Sixty-something author Charles Wilkins probably wished he'd chosen a vessel a few hundred metres longer at some point on his recent travels across the Atlantic Ocean.
But if he had, he never would have got his new book out of the experience. Wilkins launches Little Ship of Fools, his chronicle of seven weeks as a rookie oarsman with a 15-member crew on an exhausting and dangerous rowing adventure, Wednesday at McNally Robinson at 7 p.m.
On Monday he'll share the stage with a writer known for a book about a much more relaxing nautical experience, Jake MacDonald, author of 2002's The Houseboat Chronicles. Wilkins and MacDonald are the featured writers at the monthly In Dialogue reading series hosted by the Manitoba Writers' Guild at the Free Press Café starting at 7:30.
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After a career teaching psychology at the University of Manitoba, Winnipeg's David Koulack has turned to fiction in his retirement.
The former psychology professor, whose columns, short fiction and creative non-fiction have appeared in the London Sunday Times, the Guardian, and several Canadian literary journals, describes on his blog the journey he took to self-publishing his first novel.
As Koulack was writing and rewriting drafts of the novel -- which received encouraging words from his colleague, the late Carol Shields -- mergers and bankruptcies in the publishing business made the traditional publishing route even more of a crapshoot.
He plans to launch his self-published fiction debut -- a bittersweet campus comedy about a man bullied by his parents, his wife and his students -- Thursday at 7 p.m. at McNally Robinson. Koulack is already working on a followup.
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If you're looking for your own nightmare before Christmas, ACI Manitoba and the Manitoba Writers' Guild are presenting a panel discussion on horror writing Dec. 6 at 3 p.m. as part of the monthly First Fridays event in the Exchange District.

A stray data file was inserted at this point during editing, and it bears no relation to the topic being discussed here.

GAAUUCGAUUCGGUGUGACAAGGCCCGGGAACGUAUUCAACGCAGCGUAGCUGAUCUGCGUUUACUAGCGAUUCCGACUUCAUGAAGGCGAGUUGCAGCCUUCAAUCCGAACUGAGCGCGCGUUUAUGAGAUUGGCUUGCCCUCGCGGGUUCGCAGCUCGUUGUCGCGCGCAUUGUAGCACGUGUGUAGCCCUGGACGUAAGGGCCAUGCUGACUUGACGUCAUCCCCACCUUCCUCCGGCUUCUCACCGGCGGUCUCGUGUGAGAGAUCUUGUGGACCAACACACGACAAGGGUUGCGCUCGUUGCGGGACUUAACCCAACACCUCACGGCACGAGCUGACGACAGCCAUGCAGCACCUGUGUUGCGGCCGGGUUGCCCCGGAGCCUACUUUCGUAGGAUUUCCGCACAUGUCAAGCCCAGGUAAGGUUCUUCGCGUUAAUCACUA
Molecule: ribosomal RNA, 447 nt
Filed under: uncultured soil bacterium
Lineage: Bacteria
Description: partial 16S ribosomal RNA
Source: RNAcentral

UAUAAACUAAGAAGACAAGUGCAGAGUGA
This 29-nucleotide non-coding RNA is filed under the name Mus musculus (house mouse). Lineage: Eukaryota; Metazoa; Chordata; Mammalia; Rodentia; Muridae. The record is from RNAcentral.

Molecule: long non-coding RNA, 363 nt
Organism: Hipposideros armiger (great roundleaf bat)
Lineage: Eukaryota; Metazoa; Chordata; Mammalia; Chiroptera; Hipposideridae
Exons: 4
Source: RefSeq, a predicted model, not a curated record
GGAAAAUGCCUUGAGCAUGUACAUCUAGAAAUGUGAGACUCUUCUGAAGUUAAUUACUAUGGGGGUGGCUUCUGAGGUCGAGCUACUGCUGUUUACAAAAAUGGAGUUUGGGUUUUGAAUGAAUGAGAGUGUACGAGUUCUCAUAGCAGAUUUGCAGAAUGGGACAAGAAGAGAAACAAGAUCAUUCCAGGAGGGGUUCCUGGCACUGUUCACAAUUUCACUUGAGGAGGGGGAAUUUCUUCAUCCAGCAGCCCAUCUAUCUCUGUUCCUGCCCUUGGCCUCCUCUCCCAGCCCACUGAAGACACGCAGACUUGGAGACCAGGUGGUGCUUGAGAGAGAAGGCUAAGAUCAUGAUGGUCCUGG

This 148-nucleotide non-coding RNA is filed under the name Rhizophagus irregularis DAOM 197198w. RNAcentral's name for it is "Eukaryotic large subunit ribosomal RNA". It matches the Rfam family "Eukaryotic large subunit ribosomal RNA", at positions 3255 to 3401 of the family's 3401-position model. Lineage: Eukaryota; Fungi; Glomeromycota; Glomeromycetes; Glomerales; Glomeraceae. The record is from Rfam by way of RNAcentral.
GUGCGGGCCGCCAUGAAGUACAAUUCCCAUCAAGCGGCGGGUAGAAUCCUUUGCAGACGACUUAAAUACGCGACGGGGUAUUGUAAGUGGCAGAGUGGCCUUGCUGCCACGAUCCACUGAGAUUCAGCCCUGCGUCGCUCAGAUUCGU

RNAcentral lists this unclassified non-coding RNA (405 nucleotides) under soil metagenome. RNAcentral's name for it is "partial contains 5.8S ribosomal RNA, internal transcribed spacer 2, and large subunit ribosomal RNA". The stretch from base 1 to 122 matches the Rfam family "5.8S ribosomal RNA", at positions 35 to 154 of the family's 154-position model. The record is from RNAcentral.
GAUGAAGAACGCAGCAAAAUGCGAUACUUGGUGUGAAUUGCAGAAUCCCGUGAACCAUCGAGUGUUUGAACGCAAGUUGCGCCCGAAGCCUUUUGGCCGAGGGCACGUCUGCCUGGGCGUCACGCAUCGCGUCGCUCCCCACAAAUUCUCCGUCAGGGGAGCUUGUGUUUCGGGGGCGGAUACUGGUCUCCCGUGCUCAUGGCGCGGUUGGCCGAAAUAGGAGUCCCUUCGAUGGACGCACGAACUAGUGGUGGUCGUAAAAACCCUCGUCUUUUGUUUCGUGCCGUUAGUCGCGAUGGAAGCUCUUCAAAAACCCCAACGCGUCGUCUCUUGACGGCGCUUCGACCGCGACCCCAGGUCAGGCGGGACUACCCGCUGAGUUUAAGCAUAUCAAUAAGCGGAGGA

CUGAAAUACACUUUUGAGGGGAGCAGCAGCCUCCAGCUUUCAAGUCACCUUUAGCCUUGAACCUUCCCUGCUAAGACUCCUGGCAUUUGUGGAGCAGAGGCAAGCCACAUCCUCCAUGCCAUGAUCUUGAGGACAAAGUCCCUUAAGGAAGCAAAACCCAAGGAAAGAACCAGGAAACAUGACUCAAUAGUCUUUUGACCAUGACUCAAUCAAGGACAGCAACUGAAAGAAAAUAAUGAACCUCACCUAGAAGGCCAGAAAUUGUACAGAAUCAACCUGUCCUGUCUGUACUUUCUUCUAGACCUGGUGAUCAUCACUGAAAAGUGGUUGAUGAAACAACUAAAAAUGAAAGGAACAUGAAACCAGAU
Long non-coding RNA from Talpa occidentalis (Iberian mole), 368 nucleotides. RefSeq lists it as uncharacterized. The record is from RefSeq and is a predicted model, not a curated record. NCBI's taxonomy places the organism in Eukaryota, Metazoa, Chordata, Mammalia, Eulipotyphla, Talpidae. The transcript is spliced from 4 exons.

Horror writers Michael Rowe, Chadwick Ginther and David Annandale will talk about "horror writing that works." The event takes place at the ACI Manitoba office at 245 McDermott.
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Former Winnipegger Marcel Dzama has long since established himself as a unique presence in the art world, thanks to his fanciful illustrations of anthropomorphic animals and whimsical dream images.
A career retrospective art book published this month will illustrate his place in the hipster-artist pantheon.
In addition to 500 colour images, Marcel Dzama: Sower of Discord contains three short stories inspired by his work, written by Dave Eggers (A Heartbreaking Work of Staggering Genius) and an interview with the filmmaker Spike Jonze (Being John Malkovich).
Dzama, 39, has lived in New York for at least a decade.
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Aboriginal music from Manitoba gets the Oxford treatment in a scholarly book to be released Nov. 25.
Musical Intimacies and Indigenous Imaginaries, by Kleefeld-born scholar Byron Dueck, takes an anthropological and ethnomusicological look at the role of sacred and secular music and dance in aboriginal communities. The academic book, published by Oxford University Press, examines country music, fiddling, religious music and even the role of the NCI radio station in the aboriginal music world.